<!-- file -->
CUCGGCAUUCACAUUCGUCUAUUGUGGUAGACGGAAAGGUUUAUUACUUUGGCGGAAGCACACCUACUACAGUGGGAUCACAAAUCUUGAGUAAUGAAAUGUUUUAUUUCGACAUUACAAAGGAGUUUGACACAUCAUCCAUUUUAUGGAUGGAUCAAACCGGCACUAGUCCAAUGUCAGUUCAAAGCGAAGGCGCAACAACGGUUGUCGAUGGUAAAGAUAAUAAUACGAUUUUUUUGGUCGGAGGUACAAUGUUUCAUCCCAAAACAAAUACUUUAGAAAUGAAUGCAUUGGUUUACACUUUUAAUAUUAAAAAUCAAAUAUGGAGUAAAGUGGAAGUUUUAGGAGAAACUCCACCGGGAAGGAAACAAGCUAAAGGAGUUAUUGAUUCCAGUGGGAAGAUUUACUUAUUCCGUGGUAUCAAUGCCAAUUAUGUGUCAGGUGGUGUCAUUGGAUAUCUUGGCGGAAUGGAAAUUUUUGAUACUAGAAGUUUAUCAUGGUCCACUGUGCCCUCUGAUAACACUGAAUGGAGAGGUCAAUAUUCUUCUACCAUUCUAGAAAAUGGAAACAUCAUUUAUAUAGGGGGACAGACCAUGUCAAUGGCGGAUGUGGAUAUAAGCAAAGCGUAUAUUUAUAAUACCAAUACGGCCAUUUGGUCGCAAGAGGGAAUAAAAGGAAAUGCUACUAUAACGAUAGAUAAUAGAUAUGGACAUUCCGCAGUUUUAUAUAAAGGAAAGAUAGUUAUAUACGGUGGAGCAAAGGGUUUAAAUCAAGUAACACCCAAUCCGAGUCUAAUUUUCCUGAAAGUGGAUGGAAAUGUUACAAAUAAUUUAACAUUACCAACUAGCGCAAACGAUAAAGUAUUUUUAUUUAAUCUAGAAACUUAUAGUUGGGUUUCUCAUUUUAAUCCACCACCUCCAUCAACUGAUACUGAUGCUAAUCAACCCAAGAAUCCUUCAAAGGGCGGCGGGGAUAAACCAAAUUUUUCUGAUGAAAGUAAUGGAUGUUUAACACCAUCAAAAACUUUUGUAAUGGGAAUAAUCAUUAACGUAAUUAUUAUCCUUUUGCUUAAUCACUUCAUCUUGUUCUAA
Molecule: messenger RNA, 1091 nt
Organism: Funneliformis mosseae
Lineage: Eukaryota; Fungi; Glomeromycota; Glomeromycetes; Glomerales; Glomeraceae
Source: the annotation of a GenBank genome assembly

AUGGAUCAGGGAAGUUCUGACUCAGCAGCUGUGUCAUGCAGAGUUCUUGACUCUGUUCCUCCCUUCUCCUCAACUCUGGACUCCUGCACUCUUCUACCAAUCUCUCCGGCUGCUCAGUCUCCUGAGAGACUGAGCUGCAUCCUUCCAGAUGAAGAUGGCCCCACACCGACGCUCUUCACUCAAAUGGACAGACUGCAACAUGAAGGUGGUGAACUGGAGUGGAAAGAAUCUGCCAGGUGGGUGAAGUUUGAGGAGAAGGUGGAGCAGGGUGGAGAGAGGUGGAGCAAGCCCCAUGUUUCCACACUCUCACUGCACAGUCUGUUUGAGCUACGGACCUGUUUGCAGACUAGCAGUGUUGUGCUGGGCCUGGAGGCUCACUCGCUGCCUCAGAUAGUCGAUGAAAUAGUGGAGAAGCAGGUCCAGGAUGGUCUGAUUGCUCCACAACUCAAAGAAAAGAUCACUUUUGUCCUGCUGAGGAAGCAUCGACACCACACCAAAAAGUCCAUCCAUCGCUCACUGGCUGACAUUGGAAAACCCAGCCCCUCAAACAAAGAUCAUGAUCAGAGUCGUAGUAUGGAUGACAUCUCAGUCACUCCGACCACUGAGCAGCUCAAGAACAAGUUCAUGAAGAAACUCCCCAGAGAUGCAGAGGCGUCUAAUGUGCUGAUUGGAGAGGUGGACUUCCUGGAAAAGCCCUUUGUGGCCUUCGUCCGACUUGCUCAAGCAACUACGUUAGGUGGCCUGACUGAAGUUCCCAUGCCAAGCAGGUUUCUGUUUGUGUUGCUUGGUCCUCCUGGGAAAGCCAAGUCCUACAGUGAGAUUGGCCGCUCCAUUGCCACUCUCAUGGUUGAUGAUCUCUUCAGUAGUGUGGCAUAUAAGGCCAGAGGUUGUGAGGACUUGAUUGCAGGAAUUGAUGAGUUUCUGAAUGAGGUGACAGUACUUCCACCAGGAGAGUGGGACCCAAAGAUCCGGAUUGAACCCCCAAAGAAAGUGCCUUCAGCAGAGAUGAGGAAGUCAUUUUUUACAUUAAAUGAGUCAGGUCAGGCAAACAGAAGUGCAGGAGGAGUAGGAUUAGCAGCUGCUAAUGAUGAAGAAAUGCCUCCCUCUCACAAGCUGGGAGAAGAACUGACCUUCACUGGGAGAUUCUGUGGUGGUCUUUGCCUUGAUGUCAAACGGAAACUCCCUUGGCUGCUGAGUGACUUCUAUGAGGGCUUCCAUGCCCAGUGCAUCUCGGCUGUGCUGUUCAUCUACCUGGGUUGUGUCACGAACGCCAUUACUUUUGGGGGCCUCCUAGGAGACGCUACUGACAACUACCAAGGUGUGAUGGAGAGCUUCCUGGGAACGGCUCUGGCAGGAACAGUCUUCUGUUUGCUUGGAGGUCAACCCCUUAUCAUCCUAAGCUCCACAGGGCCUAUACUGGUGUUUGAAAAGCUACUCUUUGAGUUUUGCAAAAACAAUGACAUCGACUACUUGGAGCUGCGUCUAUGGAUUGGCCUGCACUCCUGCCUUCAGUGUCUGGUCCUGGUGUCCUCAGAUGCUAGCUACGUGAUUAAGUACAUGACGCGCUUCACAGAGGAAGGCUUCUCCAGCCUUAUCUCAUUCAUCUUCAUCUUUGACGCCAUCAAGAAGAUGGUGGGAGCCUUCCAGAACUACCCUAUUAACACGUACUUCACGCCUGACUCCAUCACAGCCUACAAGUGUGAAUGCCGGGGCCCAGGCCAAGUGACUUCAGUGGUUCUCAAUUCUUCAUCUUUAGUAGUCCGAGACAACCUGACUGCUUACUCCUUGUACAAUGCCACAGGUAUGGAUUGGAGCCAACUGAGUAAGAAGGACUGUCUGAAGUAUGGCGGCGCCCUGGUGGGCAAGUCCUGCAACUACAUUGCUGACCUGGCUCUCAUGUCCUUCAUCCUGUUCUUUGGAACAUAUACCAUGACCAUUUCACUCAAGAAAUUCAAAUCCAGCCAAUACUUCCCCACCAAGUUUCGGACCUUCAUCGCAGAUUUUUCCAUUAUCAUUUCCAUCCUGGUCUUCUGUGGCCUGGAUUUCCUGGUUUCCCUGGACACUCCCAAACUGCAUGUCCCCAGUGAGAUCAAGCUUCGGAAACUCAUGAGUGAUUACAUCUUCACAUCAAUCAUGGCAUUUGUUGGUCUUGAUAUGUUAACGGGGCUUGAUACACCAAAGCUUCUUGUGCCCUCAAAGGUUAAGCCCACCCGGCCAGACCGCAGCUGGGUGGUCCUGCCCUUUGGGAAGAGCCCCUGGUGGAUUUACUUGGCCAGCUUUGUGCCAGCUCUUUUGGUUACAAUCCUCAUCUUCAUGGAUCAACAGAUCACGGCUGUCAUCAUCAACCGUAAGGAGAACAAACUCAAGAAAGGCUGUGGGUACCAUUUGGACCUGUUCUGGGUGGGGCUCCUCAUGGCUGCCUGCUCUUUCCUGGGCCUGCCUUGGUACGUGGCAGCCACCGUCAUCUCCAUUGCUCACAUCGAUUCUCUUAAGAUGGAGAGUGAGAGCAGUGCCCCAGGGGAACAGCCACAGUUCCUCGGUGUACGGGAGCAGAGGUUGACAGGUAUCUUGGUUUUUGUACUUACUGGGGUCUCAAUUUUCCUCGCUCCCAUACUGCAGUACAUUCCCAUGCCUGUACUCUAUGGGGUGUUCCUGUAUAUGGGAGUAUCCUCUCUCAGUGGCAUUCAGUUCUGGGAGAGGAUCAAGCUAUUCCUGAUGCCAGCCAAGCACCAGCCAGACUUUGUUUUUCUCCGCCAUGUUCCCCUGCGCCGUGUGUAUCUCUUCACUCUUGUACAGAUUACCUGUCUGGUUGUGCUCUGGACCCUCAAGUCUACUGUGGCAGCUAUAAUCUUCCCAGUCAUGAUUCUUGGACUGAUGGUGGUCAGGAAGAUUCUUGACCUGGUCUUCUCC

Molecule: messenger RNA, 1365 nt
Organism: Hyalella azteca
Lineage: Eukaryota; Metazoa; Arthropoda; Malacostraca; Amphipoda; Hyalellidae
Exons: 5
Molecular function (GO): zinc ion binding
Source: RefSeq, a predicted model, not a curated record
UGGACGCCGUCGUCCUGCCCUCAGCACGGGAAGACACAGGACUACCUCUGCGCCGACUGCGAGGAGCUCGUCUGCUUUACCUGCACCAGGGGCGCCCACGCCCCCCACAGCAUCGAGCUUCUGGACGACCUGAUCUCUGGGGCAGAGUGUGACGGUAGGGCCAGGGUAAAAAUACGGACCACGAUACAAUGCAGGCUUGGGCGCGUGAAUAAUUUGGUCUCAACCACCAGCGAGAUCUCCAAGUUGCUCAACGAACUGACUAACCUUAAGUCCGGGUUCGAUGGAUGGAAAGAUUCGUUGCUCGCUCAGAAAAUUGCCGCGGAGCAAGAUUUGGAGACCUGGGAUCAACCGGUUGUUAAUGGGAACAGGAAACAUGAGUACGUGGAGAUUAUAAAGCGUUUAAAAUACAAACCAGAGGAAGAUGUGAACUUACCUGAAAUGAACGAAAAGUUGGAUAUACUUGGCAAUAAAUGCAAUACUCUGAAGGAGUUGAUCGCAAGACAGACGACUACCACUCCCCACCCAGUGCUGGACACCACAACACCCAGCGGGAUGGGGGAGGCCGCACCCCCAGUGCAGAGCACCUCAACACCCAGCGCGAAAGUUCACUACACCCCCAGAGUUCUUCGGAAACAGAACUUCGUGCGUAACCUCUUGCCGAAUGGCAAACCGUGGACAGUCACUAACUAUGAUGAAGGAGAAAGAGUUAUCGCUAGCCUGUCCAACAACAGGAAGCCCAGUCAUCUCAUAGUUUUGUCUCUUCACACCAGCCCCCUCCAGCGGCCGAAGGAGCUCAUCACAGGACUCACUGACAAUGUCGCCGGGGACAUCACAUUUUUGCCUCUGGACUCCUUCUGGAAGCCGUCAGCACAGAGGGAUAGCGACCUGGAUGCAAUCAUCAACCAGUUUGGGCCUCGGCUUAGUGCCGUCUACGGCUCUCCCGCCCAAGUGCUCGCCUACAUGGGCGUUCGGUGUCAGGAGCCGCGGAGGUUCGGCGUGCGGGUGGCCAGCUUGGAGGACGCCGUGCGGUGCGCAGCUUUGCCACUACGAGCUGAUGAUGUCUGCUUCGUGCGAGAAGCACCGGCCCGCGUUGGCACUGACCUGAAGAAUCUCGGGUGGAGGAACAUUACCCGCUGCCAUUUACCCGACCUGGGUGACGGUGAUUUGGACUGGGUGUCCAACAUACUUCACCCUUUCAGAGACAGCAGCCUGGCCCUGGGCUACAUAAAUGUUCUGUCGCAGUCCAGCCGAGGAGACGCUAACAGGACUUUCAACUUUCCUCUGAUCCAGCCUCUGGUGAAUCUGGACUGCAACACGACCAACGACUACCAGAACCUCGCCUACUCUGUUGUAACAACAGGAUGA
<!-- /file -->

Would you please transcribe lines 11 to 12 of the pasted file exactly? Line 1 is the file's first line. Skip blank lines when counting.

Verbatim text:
Molecular function (GO): zinc ion binding
Source: RefSeq, a predicted model, not a curated record